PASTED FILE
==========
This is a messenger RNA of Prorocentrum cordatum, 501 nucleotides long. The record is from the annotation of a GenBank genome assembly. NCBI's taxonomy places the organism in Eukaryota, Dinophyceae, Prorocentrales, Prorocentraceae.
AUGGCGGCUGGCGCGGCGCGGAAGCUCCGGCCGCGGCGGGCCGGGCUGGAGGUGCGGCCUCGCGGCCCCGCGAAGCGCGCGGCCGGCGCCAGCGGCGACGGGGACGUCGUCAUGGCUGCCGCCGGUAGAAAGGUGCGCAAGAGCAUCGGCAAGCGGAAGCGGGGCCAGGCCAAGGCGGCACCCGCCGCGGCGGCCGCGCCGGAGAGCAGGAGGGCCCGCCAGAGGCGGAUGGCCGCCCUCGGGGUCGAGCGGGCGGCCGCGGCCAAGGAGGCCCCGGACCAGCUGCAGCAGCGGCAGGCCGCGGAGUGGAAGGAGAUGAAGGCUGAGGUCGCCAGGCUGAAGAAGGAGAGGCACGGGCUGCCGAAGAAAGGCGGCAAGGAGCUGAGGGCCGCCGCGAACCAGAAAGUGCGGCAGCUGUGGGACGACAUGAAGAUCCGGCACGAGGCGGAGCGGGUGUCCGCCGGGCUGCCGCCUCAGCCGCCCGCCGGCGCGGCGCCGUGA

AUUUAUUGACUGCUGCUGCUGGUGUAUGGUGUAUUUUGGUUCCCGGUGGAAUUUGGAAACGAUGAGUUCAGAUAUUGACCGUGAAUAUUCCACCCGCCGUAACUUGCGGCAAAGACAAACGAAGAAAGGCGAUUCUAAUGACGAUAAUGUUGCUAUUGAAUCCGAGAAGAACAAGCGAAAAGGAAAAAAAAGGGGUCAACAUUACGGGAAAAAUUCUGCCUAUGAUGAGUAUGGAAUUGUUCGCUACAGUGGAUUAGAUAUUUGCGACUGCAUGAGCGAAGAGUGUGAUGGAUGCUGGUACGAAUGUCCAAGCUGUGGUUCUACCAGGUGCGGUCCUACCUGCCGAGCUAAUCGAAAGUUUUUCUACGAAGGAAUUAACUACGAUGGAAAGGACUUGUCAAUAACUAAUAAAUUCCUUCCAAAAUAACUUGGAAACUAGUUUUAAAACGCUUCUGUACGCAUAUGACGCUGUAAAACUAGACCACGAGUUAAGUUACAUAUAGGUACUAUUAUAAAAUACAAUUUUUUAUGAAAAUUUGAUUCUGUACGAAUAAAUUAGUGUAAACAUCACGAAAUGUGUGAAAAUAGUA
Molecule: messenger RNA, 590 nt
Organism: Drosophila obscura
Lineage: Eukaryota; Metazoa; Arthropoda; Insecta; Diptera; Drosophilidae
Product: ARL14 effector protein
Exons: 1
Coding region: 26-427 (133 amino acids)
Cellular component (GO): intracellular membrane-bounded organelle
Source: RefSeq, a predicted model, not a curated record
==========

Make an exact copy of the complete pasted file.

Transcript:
This is a messenger RNA of Prorocentrum cordatum, 501 nucleotides long. The record is from the annotation of a GenBank genome assembly. NCBI's taxonomy places the organism in Eukaryota, Dinophyceae, Prorocentrales, Prorocentraceae.
AUGGCGGCUGGCGCGGCGCGGAAGCUCCGGCCGCGGCGGGCCGGGCUGGAGGUGCGGCCUCGCGGCCCCGCGAAGCGCGCGGCCGGCGCCAGCGGCGACGGGGACGUCGUCAUGGCUGCCGCCGGUAGAAAGGUGCGCAAGAGCAUCGGCAAGCGGAAGCGGGGCCAGGCCAAGGCGGCACCCGCCGCGGCGGCCGCGCCGGAGAGCAGGAGGGCCCGCCAGAGGCGGAUGGCCGCCCUCGGGGUCGAGCGGGCGGCCGCGGCCAAGGAGGCCCCGGACCAGCUGCAGCAGCGGCAGGCCGCGGAGUGGAAGGAGAUGAAGGCUGAGGUCGCCAGGCUGAAGAAGGAGAGGCACGGGCUGCCGAAGAAAGGCGGCAAGGAGCUGAGGGCCGCCGCGAACCAGAAAGUGCGGCAGCUGUGGGACGACAUGAAGAUCCGGCACGAGGCGGAGCGGGUGUCCGCCGGGCUGCCGCCUCAGCCGCCCGCCGGCGCGGCGCCGUGA

AUUUAUUGACUGCUGCUGCUGGUGUAUGGUGUAUUUUGGUUCCCGGUGGAAUUUGGAAACGAUGAGUUCAGAUAUUGACCGUGAAUAUUCCACCCGCCGUAACUUGCGGCAAAGACAAACGAAGAAAGGCGAUUCUAAUGACGAUAAUGUUGCUAUUGAAUCCGAGAAGAACAAGCGAAAAGGAAAAAAAAGGGGUCAACAUUACGGGAAAAAUUCUGCCUAUGAUGAGUAUGGAAUUGUUCGCUACAGUGGAUUAGAUAUUUGCGACUGCAUGAGCGAAGAGUGUGAUGGAUGCUGGUACGAAUGUCCAAGCUGUGGUUCUACCAGGUGCGGUCCUACCUGCCGAGCUAAUCGAAAGUUUUUCUACGAAGGAAUUAACUACGAUGGAAAGGACUUGUCAAUAACUAAUAAAUUCCUUCCAAAAUAACUUGGAAACUAGUUUUAAAACGCUUCUGUACGCAUAUGACGCUGUAAAACUAGACCACGAGUUAAGUUACAUAUAGGUACUAUUAUAAAAUACAAUUUUUUAUGAAAAUUUGAUUCUGUACGAAUAAAUUAGUGUAAACAUCACGAAAUGUGUGAAAAUAGUA
Molecule: messenger RNA, 590 nt
Organism: Drosophila obscura
Lineage: Eukaryota; Metazoa; Arthropoda; Insecta; Diptera; Drosophilidae
Product: ARL14 effector protein
Exons: 1
Coding region: 26-427 (133 amino acids)
Cellular component (GO): intracellular membrane-bounded organelle
Source: RefSeq, a predicted model, not a curated record